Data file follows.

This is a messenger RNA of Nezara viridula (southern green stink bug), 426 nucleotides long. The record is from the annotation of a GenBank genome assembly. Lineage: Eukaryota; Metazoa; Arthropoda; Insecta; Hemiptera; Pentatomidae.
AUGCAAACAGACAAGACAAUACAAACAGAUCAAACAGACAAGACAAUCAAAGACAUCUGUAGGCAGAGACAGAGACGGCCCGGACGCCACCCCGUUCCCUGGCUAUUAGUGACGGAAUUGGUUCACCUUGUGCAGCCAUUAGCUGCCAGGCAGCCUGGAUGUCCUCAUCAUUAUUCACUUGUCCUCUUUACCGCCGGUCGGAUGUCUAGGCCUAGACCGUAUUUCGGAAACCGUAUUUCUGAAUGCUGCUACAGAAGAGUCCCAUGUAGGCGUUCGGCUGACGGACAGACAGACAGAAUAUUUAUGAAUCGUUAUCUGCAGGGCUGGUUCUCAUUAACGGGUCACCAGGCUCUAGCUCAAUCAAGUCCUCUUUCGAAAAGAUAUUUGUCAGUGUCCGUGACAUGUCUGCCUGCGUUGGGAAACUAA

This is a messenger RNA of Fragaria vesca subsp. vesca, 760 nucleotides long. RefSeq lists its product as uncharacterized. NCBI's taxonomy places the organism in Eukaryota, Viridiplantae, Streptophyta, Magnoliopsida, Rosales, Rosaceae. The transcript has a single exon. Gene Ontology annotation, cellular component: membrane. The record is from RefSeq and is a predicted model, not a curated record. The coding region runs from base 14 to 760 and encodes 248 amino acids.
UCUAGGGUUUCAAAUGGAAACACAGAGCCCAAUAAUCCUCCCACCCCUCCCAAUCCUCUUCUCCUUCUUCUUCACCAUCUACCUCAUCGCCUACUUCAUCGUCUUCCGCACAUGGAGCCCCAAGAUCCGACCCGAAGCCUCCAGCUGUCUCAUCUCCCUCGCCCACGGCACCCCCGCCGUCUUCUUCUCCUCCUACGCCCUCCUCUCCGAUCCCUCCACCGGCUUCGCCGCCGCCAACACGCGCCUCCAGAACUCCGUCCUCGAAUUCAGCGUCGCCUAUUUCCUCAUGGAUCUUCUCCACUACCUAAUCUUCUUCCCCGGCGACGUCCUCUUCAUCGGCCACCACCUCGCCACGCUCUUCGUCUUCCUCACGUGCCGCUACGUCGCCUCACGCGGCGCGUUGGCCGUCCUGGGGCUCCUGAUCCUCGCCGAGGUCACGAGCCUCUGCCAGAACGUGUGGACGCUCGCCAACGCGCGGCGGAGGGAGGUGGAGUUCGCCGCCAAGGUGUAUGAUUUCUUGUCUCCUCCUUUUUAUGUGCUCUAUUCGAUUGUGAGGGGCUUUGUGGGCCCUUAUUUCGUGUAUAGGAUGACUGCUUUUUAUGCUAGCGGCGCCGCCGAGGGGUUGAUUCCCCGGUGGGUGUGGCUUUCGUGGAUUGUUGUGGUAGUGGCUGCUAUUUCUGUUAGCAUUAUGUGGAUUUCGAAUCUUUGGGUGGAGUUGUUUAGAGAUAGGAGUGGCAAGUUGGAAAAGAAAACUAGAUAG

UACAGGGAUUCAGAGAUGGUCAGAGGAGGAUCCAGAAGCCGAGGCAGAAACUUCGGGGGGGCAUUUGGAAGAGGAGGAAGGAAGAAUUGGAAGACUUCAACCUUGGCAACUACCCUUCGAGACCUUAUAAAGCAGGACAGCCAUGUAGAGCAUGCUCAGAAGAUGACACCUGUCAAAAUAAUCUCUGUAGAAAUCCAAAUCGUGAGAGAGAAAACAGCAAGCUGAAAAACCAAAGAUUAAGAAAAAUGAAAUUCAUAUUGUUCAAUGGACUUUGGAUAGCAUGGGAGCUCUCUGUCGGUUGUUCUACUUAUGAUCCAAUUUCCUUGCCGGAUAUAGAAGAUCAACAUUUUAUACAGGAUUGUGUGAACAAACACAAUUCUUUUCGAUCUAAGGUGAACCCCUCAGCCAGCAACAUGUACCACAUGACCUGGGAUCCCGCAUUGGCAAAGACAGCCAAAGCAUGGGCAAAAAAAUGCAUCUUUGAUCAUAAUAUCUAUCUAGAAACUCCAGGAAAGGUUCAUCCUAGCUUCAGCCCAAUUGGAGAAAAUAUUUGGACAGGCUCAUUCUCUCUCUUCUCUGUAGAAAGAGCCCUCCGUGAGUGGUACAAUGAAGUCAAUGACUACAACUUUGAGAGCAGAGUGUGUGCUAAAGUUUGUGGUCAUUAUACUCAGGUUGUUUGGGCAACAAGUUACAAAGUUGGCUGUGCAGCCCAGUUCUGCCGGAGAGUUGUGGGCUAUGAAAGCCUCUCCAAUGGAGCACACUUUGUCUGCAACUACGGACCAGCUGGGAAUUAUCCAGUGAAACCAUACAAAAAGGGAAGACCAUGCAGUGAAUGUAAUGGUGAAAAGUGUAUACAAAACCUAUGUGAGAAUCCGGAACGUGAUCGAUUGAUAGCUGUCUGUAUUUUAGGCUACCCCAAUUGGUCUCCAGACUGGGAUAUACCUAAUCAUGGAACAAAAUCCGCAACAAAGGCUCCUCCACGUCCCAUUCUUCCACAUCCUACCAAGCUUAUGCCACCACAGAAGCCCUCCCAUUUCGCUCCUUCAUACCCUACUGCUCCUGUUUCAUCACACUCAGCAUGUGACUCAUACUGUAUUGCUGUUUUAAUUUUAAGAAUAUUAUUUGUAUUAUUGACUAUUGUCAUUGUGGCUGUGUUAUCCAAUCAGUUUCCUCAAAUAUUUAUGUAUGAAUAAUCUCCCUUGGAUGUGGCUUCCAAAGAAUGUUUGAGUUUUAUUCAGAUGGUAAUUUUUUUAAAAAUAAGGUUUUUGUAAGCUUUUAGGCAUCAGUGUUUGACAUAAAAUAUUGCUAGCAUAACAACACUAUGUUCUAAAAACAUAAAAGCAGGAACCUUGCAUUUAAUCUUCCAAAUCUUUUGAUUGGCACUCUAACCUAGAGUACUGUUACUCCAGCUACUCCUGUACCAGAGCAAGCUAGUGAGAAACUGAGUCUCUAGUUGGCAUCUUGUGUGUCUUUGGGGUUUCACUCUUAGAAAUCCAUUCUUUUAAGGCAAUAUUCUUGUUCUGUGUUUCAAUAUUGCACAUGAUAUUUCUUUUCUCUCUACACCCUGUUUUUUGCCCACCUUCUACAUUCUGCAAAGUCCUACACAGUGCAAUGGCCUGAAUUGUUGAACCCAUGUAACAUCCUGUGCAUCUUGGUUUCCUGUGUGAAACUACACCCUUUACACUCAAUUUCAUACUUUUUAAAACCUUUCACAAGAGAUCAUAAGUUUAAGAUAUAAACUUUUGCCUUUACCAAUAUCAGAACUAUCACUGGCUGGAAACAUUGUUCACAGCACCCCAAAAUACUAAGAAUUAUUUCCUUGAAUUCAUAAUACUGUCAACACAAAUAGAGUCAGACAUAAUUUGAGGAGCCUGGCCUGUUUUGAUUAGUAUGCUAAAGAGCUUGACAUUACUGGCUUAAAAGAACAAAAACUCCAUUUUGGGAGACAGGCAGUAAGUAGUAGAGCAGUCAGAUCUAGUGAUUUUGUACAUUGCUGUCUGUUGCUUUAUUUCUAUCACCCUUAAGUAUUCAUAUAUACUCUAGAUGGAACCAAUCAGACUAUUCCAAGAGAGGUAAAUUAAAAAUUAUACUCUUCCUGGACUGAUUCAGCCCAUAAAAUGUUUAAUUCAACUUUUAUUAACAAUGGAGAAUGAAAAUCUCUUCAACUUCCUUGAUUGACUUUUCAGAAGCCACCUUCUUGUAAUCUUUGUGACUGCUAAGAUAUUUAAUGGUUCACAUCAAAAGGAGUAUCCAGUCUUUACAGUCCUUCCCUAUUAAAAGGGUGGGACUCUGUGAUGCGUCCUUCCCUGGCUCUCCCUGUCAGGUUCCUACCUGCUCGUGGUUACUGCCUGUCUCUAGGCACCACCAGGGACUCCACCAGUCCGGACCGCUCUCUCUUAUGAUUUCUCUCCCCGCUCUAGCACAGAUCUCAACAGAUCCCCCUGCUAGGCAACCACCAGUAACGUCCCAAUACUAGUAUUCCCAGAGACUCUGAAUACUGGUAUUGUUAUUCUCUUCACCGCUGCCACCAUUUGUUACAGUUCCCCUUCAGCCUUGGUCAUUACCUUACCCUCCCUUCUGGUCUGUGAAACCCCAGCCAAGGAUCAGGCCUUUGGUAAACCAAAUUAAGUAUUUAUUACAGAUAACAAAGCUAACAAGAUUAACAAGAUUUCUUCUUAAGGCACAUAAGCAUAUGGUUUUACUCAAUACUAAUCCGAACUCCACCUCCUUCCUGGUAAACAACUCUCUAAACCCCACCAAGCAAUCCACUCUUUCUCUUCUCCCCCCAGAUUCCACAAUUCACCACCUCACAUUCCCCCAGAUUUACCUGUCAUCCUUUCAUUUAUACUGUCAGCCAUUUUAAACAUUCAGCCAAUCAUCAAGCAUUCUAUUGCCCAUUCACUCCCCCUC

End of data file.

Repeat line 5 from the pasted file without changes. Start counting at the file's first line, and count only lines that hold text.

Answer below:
UACAGGGAUUCAGAGAUGGUCAGAGGAGGAUCCAGAAGCCGAGGCAGAAACUUCGGGGGGGCAUUUGGAAGAGGAGGAAGGAAGAAUUGGAAGACUUCAACCUUGGCAACUACCCUUCGAGACCUUAUAAAGCAGGACAGCCAUGUAGAGCAUGCUCAGAAGAUGACACCUGUCAAAAUAAUCUCUGUAGAAAUCCAAAUCGUGAGAGAGAAAACAGCAAGCUGAAAAACCAAAGAUUAAGAAAAAUGAAAUUCAUAUUGUUCAAUGGACUUUGGAUAGCAUGGGAGCUCUCUGUCGGUUGUUCUACUUAUGAUCCAAUUUCCUUGCCGGAUAUAGAAGAUCAACAUUUUAUACAGGAUUGUGUGAACAAACACAAUUCUUUUCGAUCUAAGGUGAACCCCUCAGCCAGCAACAUGUACCACAUGACCUGGGAUCCCGCAUUGGCAAAGACAGCCAAAGCAUGGGCAAAAAAAUGCAUCUUUGAUCAUAAUAUCUAUCUAGAAACUCCAGGAAAGGUUCAUCCUAGCUUCAGCCCAAUUGGAGAAAAUAUUUGGACAGGCUCAUUCUCUCUCUUCUCUGUAGAAAGAGCCCUCCGUGAGUGGUACAAUGAAGUCAAUGACUACAACUUUGAGAGCAGAGUGUGUGCUAAAGUUUGUGGUCAUUAUACUCAGGUUGUUUGGGCAACAAGUUACAAAGUUGGCUGUGCAGCCCAGUUCUGCCGGAGAGUUGUGGGCUAUGAAAGCCUCUCCAAUGGAGCACACUUUGUCUGCAACUACGGACCAGCUGGGAAUUAUCCAGUGAAACCAUACAAAAAGGGAAGACCAUGCAGUGAAUGUAAUGGUGAAAAGUGUAUACAAAACCUAUGUGAGAAUCCGGAACGUGAUCGAUUGAUAGCUGUCUGUAUUUUAGGCUACCCCAAUUGGUCUCCAGACUGGGAUAUACCUAAUCAUGGAACAAAAUCCGCAACAAAGGCUCCUCCACGUCCCAUUCUUCCACAUCCUACCAAGCUUAUGCCACCACAGAAGCCCUCCCAUUUCGCUCCUUCAUACCCUACUGCUCCUGUUUCAUCACACUCAGCAUGUGACUCAUACUGUAUUGCUGUUUUAAUUUUAAGAAUAUUAUUUGUAUUAUUGACUAUUGUCAUUGUGGCUGUGUUAUCCAAUCAGUUUCCUCAAAUAUUUAUGUAUGAAUAAUCUCCCUUGGAUGUGGCUUCCAAAGAAUGUUUGAGUUUUAUUCAGAUGGUAAUUUUUUUAAAAAUAAGGUUUUUGUAAGCUUUUAGGCAUCAGUGUUUGACAUAAAAUAUUGCUAGCAUAACAACACUAUGUUCUAAAAACAUAAAAGCAGGAACCUUGCAUUUAAUCUUCCAAAUCUUUUGAUUGGCACUCUAACCUAGAGUACUGUUACUCCAGCUACUCCUGUACCAGAGCAAGCUAGUGAGAAACUGAGUCUCUAGUUGGCAUCUUGUGUGUCUUUGGGGUUUCACUCUUAGAAAUCCAUUCUUUUAAGGCAAUAUUCUUGUUCUGUGUUUCAAUAUUGCACAUGAUAUUUCUUUUCUCUCUACACCCUGUUUUUUGCCCACCUUCUACAUUCUGCAAAGUCCUACACAGUGCAAUGGCCUGAAUUGUUGAACCCAUGUAACAUCCUGUGCAUCUUGGUUUCCUGUGUGAAACUACACCCUUUACACUCAAUUUCAUACUUUUUAAAACCUUUCACAAGAGAUCAUAAGUUUAAGAUAUAAACUUUUGCCUUUACCAAUAUCAGAACUAUCACUGGCUGGAAACAUUGUUCACAGCACCCCAAAAUACUAAGAAUUAUUUCCUUGAAUUCAUAAUACUGUCAACACAAAUAGAGUCAGACAUAAUUUGAGGAGCCUGGCCUGUUUUGAUUAGUAUGCUAAAGAGCUUGACAUUACUGGCUUAAAAGAACAAAAACUCCAUUUUGGGAGACAGGCAGUAAGUAGUAGAGCAGUCAGAUCUAGUGAUUUUGUACAUUGCUGUCUGUUGCUUUAUUUCUAUCACCCUUAAGUAUUCAUAUAUACUCUAGAUGGAACCAAUCAGACUAUUCCAAGAGAGGUAAAUUAAAAAUUAUACUCUUCCUGGACUGAUUCAGCCCAUAAAAUGUUUAAUUCAACUUUUAUUAACAAUGGAGAAUGAAAAUCUCUUCAACUUCCUUGAUUGACUUUUCAGAAGCCACCUUCUUGUAAUCUUUGUGACUGCUAAGAUAUUUAAUGGUUCACAUCAAAAGGAGUAUCCAGUCUUUACAGUCCUUCCCUAUUAAAAGGGUGGGACUCUGUGAUGCGUCCUUCCCUGGCUCUCCCUGUCAGGUUCCUACCUGCUCGUGGUUACUGCCUGUCUCUAGGCACCACCAGGGACUCCACCAGUCCGGACCGCUCUCUCUUAUGAUUUCUCUCCCCGCUCUAGCACAGAUCUCAACAGAUCCCCCUGCUAGGCAACCACCAGUAACGUCCCAAUACUAGUAUUCCCAGAGACUCUGAAUACUGGUAUUGUUAUUCUCUUCACCGCUGCCACCAUUUGUUACAGUUCCCCUUCAGCCUUGGUCAUUACCUUACCCUCCCUUCUGGUCUGUGAAACCCCAGCCAAGGAUCAGGCCUUUGGUAAACCAAAUUAAGUAUUUAUUACAGAUAACAAAGCUAACAAGAUUAACAAGAUUUCUUCUUAAGGCACAUAAGCAUAUGGUUUUACUCAAUACUAAUCCGAACUCCACCUCCUUCCUGGUAAACAACUCUCUAAACCCCACCAAGCAAUCCACUCUUUCUCUUCUCCCCCCAGAUUCCACAAUUCACCACCUCACAUUCCCCCAGAUUUACCUGUCAUCCUUUCAUUUAUACUGUCAGCCAUUUUAAACAUUCAGCCAAUCAUCAAGCAUUCUAUUGCCCAUUCACUCCCCCUC